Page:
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JOURNAL: J Natl Cancer Inst 2003;95:132-141.
AUTHORS: Dr. Joanne F. Dorgan
ABSTRACT: Adolescent girls who follow a low-fat diet have reduced sex hormone levels that may decrease their risk of breast cancer in adulthood.
COMMENTARY: However, whether these findings translate into a lower risk of breast cancer later in life is not clear, according to the report published in the January 15th issue of the Journal of the National Cancer Institute.
Reduced levels of estrogens and progesterones might slow down the rate of cell division, thereby decreasing the likelihood of carcinogenic mutations, lead author Dr. Joanne F. Dorgan, from the Fox Chase Cancer Center in Philadelphia, said in a statement.
Elevated body fat is another risk factor for premenopausal breast cancer, although it is not clear how excess fat may contribute to the risk.
To investigate the relationship between fat intake during puberty and blood levels of hormones associated with breast cancer, the research team studied 286 girls between 8 and 10 years of age. The girls were already enrolled in a study to evaluate the ability of a diet to lower levels of LDL cholesterol.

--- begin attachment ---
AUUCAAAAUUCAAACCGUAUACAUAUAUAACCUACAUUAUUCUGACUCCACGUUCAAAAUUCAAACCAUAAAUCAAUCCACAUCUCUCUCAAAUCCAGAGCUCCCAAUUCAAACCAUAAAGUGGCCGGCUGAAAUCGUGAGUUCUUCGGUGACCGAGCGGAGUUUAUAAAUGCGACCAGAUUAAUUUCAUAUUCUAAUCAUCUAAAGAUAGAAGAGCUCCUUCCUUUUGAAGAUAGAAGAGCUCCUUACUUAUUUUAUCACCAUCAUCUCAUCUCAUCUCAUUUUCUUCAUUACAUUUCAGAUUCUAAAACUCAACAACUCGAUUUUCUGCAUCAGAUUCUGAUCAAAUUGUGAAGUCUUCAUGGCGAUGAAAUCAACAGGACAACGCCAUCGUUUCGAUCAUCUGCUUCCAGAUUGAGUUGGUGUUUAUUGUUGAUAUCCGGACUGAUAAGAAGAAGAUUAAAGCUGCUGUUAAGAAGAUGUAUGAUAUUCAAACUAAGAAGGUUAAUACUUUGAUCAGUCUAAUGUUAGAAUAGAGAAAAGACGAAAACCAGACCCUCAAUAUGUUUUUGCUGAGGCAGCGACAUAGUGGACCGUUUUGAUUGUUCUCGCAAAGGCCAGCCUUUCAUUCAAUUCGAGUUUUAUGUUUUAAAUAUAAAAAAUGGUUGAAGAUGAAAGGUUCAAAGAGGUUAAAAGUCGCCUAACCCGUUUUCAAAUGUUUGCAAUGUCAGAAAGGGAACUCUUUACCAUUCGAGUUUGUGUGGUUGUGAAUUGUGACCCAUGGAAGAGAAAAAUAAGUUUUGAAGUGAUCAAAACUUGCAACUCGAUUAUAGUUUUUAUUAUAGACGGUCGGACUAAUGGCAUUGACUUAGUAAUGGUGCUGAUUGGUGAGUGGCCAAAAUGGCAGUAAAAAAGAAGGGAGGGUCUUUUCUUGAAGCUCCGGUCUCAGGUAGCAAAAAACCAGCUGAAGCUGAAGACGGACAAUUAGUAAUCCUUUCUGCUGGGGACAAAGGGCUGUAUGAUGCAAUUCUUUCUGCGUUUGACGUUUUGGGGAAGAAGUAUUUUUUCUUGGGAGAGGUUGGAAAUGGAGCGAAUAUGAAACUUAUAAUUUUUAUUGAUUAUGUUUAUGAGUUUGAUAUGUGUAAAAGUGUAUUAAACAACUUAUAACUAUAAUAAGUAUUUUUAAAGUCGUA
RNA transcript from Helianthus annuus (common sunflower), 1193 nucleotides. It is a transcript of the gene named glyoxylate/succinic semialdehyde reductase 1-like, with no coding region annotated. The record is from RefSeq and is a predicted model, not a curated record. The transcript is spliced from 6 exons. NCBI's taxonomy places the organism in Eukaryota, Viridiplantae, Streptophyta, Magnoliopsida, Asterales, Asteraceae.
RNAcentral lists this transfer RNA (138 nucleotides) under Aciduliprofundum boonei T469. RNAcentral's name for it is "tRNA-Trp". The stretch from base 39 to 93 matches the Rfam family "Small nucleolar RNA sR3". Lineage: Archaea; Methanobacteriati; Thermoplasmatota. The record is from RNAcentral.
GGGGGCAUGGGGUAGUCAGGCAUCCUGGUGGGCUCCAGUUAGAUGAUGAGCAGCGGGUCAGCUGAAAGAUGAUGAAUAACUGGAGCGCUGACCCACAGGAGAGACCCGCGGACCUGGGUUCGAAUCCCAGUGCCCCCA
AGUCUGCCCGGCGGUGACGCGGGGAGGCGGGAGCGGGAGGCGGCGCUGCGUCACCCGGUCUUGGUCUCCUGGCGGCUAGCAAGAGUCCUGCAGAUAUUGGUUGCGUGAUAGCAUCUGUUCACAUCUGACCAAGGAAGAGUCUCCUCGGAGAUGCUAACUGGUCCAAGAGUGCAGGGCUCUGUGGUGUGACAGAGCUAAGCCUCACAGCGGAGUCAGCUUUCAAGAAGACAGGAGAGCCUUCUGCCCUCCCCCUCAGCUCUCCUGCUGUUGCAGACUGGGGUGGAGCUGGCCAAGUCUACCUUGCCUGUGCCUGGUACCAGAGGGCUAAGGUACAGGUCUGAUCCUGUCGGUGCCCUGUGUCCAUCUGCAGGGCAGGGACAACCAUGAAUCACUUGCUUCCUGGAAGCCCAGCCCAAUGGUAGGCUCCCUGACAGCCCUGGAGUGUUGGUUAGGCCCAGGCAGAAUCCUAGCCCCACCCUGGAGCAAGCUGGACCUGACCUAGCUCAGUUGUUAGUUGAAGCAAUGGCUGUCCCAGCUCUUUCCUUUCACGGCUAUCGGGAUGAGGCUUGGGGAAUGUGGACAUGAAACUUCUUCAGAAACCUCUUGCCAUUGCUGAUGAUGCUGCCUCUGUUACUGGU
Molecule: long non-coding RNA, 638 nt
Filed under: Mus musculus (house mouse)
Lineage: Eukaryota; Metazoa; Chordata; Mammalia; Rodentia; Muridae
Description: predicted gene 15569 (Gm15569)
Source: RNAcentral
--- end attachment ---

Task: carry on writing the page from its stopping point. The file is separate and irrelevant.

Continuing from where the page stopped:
About half of the patients attended individual and group nutrition counseling sessions on how to follow a low fat diet, in which 28% of calories came from fat and 8% came from saturated fat. The other half received written material on nutrition from the American Heart Association, but did not take part in nutrition counseling.
After 5 years, the girls in the counseling group had lower levels of several estrogens that have been linked to breast cancer. For instance, estradiol levels were about 30% lower and estrone levels were about 20% lower, the study found. Levels of progesterone were also lower, the findings indicate.
Finally, girls in the counseling group reported eating fewer calories, less fat and saturated fat, and more fiber, compared with girls in the other group.
"These results suggest that the modest reductions in total fat, saturated fat, and perhaps energy intake during adolescence may alter the function of the hypothalamic-pituitary-ovarian axis, which regulates ovarian hormone production," the researchers note. Whether these differences ultimately influence breast cancer risk is currently unknown.